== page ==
Lesson Learned: Finding the one thing that will work for your planning style doesn’t mean you have to buy all the things. Get clear on what you need before you make a purchase.
The latest fad
Ring planner, string planner, die cuts, foiled unicorn fairy dusted planner accessories – obviously I needed these things. Don’t we all? I noticed myself jumping on to the fad of whatever was new when traveler’s notebooks began to gain more popularity. A few TN companies were producing beautiful leather notebooks and I saw how people were decorating them with all of the other planner stuff I had been collecting. I thought ‘that’s what I need to put all of this other stuff to use!’ One notebook turned into 5. With a shelf-full later, I saw that I had jumped on another fad of planner stuff. Actually, when I took a look around, I had way too many things that I had’t used. All of them bought with the idea of doing something great but never really following through. This usually happens when you buy something because it’s cute for the moment or popular among the crowd. I had to really think about what my purpose for planning & paper crafting was. It sure wasn’t to be surrounded by things I wasn’t using.
Lesson Learned: Being clear about your reason for planning, crafting, or anything you enjoy will help you make smarter purchases.
Subscription Boxes (that come with lengthy terms of agreement)
I need three to twelve months of paper and embellishments for sure! At one point I had about 6 subscriptions of stickers, papers, and ephemera being delivered to my home or PO Box. I also had zero time to craft (uh, hello brand new baby and two year old) The boxes began to pile up. I didn’t even open half of them until months after they’d been delivered. I wouldn’t have known if they had every item that should have been included or not. What was I thinking? I was afraid of missing out on something awesome. Whether or not I was using it didn’t really matter. I seemed to be satisfied with just the knowledge of owning it. FOMO (fear of missing out) can lead us to buy things with no real intention for using them. At least it did for me. After I’d canceled every subscription and really looked at the items I was receiving in the subscriptions, I realized that nothing in any of the boxes were really exclusive. They all had things that I could get elsewhere. It won’t be the exact pattern and print. However, I don’t need that item in that exact pattern and print. I’m enjoying being able to hand select the paper crafting items that I will use.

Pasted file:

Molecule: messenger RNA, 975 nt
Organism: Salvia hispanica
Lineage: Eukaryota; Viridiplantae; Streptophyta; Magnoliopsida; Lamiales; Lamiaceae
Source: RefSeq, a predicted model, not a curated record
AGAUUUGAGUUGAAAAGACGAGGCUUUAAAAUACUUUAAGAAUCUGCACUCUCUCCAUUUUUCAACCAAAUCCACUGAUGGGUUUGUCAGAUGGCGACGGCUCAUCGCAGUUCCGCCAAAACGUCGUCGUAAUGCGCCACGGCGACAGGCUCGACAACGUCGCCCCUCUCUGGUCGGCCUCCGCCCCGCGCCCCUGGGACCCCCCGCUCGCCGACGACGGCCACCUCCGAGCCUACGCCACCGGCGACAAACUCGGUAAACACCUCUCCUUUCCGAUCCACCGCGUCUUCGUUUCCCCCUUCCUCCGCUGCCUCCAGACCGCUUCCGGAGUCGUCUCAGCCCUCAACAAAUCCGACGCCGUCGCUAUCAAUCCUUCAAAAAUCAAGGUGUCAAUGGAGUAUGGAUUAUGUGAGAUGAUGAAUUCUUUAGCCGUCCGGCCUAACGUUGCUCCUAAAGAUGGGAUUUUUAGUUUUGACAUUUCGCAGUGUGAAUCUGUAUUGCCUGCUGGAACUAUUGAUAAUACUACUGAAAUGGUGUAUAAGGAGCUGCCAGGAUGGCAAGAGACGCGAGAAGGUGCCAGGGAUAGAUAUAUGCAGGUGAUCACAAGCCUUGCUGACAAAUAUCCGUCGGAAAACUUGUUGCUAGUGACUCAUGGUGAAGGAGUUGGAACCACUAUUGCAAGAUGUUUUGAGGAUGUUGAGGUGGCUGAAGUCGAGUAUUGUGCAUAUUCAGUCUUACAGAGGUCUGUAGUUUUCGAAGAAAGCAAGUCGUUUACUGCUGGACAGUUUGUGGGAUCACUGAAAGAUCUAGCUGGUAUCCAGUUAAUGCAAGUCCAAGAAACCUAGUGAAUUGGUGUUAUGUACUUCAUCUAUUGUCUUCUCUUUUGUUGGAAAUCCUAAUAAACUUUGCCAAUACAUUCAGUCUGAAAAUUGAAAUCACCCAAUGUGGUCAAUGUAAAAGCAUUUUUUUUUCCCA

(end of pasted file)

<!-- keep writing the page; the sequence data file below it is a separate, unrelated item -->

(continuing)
Lesson Learned: You don’t need all of the things. It is ok to look at something, enjoy its beauty, and then pass on it. It really is ok.
Don’t get me wrong, I still have a couple things I purchase without fail and a few subsciptions that I love. But, I’m no longer buying it because I think I’ll use it. I know that what comes through the door, has a place and purpose.
What lessons have you learned about your planner purchases? Did you identify with any of these?